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Eliot Spitzer: The way Americans pay for college is a mess. Here's how to fix it. [View All]

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marmar Donating Member (1000+ posts) Send PM | Profile | Ignore Thu Mar-05-09 07:41 PM
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Eliot Spitzer: The way Americans pay for college is a mess. Here's how to fix it.
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from Slate:




Loan Ranger
The way Americans pay for college is a mess. Here's how to fix it.

By Eliot Spitzer

Posted Wednesday, March 4, 2009, at 6:57 AM ET


The long-term economic strength of the United States depends on our ability to compete in the world of intellectual capital. Indeed, that is perhaps the last remaining arena where we can hope to win, since we ceded pure wage competition long ago, capital is now as mobile as an e-mail, and scale, which we once had, is no longer our friend. The Chinese middle class already numbers in the hundreds of millions, and last month, more cars were sold in China than in the United States, the first time that has ever happened.

If we are going to improve American intellectual capital, we need to fix how Americans pay for higher education. For too long we have asked students entering college and graduate school to choose one of two unappetizing options: pay astronomical tuition bills upfront or amass enormous debt that demands fixed, sky-high monthly payments the moment they graduate and enter the work force. These options serve as barriers to educational opportunity, since many cannot afford upfront tuition payments or qualify for the needed loans. That also distorts career choices, since for most the obligation to repay loans immediately has reduced the ability to choose socially desirable jobs such as teaching, forcing the pursuit of the highest-paying job regardless of personal or social utility.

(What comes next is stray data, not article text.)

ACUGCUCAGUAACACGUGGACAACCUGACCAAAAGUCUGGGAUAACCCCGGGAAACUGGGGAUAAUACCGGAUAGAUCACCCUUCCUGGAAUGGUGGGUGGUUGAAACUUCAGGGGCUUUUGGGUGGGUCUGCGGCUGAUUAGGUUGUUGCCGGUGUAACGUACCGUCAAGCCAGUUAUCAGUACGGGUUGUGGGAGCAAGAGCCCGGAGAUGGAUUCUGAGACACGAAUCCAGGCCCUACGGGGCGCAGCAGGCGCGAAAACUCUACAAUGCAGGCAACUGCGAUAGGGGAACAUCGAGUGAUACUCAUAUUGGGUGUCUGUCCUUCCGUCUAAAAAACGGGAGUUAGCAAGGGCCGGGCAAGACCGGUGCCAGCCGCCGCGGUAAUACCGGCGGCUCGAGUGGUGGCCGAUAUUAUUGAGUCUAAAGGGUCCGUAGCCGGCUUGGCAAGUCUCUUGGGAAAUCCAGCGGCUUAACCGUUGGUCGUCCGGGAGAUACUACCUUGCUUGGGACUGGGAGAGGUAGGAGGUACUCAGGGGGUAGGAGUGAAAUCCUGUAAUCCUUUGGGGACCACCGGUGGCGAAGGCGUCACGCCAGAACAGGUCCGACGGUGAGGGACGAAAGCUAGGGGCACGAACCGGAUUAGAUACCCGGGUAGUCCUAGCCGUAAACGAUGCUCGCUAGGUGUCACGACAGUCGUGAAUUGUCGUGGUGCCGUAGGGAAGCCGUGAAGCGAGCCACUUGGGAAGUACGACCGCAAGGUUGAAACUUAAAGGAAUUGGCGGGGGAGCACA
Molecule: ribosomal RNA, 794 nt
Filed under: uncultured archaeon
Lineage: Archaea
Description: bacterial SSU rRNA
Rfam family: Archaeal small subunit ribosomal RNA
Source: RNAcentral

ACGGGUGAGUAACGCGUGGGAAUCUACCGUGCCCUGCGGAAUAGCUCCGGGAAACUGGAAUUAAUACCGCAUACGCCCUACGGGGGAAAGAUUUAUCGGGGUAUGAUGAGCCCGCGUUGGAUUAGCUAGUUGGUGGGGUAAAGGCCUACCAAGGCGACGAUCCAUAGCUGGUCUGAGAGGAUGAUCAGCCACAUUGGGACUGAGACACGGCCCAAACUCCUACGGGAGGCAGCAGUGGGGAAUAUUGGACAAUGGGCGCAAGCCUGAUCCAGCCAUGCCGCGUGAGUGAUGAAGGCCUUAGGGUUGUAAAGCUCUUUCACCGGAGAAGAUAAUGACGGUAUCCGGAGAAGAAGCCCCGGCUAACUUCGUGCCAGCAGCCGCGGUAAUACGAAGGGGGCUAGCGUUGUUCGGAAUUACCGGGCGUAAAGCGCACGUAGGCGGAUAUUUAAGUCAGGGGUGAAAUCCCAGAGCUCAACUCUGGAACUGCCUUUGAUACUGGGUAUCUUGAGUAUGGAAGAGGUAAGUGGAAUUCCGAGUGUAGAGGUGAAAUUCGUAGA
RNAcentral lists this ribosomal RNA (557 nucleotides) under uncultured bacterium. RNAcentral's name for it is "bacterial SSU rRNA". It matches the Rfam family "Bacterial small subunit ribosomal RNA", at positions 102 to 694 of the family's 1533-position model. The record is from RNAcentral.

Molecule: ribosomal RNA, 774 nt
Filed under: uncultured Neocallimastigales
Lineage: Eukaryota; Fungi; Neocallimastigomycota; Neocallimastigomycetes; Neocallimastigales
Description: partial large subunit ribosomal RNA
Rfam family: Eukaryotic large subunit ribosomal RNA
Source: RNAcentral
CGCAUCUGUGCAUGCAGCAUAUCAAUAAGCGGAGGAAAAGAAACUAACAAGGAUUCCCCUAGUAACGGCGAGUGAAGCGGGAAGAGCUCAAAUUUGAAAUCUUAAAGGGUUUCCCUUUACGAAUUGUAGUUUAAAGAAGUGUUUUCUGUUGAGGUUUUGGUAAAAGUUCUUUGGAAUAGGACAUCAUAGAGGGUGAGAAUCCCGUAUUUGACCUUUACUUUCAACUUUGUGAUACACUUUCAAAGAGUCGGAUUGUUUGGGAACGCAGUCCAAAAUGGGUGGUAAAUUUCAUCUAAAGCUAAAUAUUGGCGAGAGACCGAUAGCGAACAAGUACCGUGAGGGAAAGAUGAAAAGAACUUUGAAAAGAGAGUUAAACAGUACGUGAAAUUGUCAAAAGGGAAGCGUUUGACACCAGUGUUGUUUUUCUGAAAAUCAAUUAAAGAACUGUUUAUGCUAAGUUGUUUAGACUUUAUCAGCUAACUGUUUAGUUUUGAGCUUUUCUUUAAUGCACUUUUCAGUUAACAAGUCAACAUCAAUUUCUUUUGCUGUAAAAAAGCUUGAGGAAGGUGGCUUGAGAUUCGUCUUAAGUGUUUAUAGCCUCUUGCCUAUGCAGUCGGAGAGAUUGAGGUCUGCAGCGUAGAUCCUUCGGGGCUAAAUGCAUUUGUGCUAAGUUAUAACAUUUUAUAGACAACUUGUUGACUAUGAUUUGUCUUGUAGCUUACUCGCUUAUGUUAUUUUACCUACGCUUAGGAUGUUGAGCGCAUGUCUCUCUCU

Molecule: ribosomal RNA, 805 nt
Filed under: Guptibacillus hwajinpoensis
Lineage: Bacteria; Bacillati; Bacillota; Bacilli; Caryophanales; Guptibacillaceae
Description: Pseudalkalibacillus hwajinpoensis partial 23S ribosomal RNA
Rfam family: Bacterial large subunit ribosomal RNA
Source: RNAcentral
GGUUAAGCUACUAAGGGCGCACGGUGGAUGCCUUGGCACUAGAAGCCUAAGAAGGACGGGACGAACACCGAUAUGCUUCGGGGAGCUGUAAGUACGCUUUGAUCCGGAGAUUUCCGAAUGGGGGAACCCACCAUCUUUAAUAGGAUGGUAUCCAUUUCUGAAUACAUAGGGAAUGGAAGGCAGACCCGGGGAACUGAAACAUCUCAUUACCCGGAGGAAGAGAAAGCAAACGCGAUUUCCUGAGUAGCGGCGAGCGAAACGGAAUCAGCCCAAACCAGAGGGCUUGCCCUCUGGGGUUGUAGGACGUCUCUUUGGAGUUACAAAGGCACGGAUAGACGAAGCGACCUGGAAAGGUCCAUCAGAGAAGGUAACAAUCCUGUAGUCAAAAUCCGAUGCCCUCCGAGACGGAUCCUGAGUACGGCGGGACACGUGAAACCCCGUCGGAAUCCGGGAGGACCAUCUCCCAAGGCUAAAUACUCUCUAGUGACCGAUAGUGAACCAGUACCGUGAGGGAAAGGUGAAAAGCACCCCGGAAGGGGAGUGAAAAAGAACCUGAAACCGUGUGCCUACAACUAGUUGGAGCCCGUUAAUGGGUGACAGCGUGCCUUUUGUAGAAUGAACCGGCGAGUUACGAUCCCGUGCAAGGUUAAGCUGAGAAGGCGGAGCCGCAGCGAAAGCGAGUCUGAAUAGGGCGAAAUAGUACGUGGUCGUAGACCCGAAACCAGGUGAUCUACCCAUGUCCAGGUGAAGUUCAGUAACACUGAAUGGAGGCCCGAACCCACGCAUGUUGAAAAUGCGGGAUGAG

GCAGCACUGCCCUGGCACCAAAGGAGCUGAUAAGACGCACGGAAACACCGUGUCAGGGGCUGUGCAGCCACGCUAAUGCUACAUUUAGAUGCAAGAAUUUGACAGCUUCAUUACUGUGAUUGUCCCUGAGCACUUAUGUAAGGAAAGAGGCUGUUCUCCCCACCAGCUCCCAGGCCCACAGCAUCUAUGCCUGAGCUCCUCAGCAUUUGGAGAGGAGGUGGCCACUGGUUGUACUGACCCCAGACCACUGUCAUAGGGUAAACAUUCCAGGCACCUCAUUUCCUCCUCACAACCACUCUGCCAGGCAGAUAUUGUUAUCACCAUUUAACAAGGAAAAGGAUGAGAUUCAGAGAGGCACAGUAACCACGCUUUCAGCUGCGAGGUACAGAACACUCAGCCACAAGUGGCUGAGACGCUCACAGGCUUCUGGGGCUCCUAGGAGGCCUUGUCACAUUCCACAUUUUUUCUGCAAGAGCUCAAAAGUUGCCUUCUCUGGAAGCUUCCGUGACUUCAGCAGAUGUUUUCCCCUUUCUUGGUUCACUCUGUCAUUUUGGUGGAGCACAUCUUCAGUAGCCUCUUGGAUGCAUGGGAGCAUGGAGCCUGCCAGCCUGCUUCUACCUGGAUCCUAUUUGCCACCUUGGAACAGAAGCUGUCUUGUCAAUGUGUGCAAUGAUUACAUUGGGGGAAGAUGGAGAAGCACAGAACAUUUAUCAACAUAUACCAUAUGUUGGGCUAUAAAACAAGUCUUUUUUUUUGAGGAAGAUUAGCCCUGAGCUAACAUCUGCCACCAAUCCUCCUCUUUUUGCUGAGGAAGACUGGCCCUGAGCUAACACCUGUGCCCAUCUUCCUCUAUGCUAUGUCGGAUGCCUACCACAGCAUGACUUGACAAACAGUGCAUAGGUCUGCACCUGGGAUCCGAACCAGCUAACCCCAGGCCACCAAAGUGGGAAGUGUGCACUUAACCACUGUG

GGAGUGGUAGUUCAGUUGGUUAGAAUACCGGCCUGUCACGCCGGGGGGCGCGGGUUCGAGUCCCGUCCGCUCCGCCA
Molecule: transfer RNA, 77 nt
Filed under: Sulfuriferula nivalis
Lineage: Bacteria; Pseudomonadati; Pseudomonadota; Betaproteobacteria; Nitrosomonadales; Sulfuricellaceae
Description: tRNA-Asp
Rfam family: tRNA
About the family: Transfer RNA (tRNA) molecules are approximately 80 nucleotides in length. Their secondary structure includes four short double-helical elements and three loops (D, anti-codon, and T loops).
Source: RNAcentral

Yet there may be a "third way" that eliminates the educational financing problem. Milton Friedman first proposed the following idea, and James Tobin then refined and tried to effectuate it. If two Nobel laureates of decidedly differing worldviews agree, it must be worth at least a quick look. It is, moreover, successful and commonplace in Europe and Australia.

Marketed under the decidedly unappealing name of "income-contingent loans"how about we call them "smart loans" instead?the concept is simple: Instead of paying upfront or taking loans with repayment schedules unrelated to income, students would accept an obligation to pay a fixed percentage of their income for a specified period of time, regardless of the income level achieved. Suppose a university charged $40,000 a year in annual tuition. A standard 20-year loan in the amount of $160,000 (40,000 times four) would produce an immediate postgraduate debt obligation of $1,228.50 per month, or $14,742 per year, not sustainable at a salary of $25,000 or anything close to it. Under a smart loan program, the student could pay about 11 percent of his income, with an initial payback of $243 per month, or $2,916 per year, which is feasible at a job paying $25,000. If, after five years, the student's salary jumped to $100,000, payments would jump accordingly and move up over time as income increases. After 20 years, assuming ordinary income increase, the loan would be paid off. .........(more)

The complete piece is at: http://www.slate.com/id/2212534 /




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